The writer's response:
Thanks for the inquiry, Isabel, and no, of course that's not a stupid question! While there are devices that allow you to browse the web and check email without having a cell phone built in, there is a major hitch with this. Take the iPod Touch for example. It's an iPod, but also has a wireless card built-in and software to browse the Internet. However, you must have a wireless network available to connect. Without it you're connectionless. What having a phone built-in does is allow you to create an Internet connection through your phone service. That way, you can be on the bus, in the car, at a bookstore, wherever, and assuming you have cell phone reception, you'll be able to get online. This service is definitely expensive, though! Fortunately, this technology is being improved by leaps and bounds and I think smartphones will come to replace cell phones as a whole, meaning the price's will be coming down. Also, if you time your purchase with the renewal of or the start of a cell phone contract, you can get major discounts; I believe some RIM Blackberry's are under $100 after signing and rebates. Thanks again for your email!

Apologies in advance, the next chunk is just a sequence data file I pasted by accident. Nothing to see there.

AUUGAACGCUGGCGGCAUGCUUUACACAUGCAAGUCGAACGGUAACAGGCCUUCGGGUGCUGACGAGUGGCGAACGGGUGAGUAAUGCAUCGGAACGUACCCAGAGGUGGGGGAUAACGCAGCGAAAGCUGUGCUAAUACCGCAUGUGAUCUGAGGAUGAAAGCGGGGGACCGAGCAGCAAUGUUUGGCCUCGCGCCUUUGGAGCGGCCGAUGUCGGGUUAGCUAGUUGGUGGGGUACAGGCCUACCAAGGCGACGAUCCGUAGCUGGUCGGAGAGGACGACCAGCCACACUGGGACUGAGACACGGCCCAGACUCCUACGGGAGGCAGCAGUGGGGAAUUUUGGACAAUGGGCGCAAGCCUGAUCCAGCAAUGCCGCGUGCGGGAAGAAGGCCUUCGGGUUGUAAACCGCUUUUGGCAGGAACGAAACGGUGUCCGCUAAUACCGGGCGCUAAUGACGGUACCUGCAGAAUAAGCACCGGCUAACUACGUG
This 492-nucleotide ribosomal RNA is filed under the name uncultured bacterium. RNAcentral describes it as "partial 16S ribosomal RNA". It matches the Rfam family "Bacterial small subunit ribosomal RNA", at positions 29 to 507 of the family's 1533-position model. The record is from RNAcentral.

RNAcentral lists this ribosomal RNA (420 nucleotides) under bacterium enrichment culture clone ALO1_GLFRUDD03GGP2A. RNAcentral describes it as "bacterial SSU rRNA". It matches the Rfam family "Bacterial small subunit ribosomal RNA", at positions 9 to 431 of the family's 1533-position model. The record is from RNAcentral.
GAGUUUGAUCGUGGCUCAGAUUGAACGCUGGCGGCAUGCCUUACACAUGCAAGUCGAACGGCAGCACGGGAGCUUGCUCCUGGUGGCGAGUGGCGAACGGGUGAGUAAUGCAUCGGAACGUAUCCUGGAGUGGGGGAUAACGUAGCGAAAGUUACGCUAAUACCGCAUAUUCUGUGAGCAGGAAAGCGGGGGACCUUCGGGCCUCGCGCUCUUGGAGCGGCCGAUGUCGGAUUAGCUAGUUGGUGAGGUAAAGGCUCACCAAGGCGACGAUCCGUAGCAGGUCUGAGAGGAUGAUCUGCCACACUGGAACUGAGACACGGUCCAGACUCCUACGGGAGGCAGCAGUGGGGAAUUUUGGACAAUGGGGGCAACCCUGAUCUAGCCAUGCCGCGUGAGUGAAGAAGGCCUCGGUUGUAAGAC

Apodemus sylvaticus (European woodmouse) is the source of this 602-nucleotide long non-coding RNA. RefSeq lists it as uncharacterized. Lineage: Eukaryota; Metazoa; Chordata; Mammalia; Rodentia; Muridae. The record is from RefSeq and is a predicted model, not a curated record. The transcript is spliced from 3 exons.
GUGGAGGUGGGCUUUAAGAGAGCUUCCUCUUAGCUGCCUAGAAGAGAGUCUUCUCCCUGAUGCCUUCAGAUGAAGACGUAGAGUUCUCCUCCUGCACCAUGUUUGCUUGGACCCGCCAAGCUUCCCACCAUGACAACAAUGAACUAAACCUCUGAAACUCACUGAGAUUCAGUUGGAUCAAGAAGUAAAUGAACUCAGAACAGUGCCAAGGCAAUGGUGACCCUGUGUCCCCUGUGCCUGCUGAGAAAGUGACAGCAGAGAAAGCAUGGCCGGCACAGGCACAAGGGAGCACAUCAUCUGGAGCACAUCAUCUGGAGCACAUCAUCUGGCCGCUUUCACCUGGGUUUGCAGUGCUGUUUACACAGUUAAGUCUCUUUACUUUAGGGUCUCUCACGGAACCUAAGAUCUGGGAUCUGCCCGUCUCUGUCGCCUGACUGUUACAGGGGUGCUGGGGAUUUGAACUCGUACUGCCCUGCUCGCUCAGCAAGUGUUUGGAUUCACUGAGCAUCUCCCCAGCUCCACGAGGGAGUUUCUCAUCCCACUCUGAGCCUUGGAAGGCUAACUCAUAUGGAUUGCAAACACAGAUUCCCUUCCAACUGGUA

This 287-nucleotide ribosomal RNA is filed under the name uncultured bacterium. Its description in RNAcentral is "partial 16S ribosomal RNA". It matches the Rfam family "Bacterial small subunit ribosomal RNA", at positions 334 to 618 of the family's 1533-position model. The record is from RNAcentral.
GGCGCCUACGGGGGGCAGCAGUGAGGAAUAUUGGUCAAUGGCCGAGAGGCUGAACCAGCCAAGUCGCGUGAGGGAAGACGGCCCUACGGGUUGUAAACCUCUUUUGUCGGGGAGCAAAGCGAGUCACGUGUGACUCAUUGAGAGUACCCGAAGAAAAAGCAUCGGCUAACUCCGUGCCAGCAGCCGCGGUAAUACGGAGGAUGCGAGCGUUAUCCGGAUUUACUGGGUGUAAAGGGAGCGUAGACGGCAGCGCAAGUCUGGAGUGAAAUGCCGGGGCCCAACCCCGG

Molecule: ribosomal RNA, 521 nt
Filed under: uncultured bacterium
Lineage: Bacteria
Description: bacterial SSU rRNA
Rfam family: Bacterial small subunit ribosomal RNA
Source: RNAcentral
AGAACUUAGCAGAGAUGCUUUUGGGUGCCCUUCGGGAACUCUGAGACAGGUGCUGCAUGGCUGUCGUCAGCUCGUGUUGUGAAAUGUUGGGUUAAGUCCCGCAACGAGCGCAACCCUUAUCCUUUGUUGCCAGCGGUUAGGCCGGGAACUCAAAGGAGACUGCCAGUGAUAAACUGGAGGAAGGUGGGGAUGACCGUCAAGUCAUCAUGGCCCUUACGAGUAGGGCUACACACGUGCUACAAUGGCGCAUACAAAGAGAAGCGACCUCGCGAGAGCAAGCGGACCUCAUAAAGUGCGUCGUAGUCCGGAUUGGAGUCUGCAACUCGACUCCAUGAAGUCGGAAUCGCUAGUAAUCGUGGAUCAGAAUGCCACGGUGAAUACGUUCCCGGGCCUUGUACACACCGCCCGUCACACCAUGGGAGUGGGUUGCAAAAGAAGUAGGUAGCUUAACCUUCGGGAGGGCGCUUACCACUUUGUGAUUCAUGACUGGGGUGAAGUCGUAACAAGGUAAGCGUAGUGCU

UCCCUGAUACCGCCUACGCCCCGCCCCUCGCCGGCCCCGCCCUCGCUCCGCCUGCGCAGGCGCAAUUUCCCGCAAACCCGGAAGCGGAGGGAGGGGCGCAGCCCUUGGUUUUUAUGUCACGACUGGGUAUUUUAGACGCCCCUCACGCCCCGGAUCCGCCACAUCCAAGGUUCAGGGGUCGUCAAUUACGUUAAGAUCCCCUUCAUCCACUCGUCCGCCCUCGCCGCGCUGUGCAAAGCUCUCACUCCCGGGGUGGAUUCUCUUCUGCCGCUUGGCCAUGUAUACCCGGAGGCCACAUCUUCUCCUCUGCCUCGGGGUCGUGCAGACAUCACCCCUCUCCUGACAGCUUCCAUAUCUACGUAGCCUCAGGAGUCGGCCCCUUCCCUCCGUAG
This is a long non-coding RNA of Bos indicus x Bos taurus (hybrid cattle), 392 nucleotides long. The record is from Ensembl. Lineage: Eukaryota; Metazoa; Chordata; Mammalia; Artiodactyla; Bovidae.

. September 02, 2008
A Note Concerning "History on the Cheap"
Mr. McKinney says he recently searched Google for information about a book he
purchased this past month - "A History of the Minisink Region" by Charles E.
Stickney. He further remarks that the publishers' names "are not linked to other
known printings [of anything]" and that in "OCLC only eight are recorded". This led
me to some literary poking about into some dusty, virtual corners of a few
databases, and if what was brought to light doesn't spark someone's thesis, it is
nonetheless an interesting collection of bibliographic minutiae, which we all know
is the publishing plankton upon which we all love to feed:
By OCLC's count, there at least 60 copies of the early edition (OCLC: 3780077) held
in various libraries, rather than only 8, and even a few reprints are also
available, published in 1970, 1989 and 1995.
The publishers might not have issued any further monographs, but both "Finch Coe"
and I.F. Guiwits were in the business of issuing serial publications, some of which
are mentioned in The American Newspaper Directory of 1872 by George Presbury Rowell
(OCLC: 9693297)--which is also a rather rare item, with only 2 copies listed in
OCLC--(and let's hope the one at New Orleans Public survived Katrina!)
Guiwits published "The Middletown Daily Mail" (OCLC: 23960147), later a weekly
called The Middletown Mail" (OCLC: 9977927), a Democrat Party newspaper, from
1868-1873 in Orange County, NY, and was itself succeeded by "The Middletown Mercury"
(OCLC: 10002454), which J.H. Norton and I.F. Guiwits both published for a time. The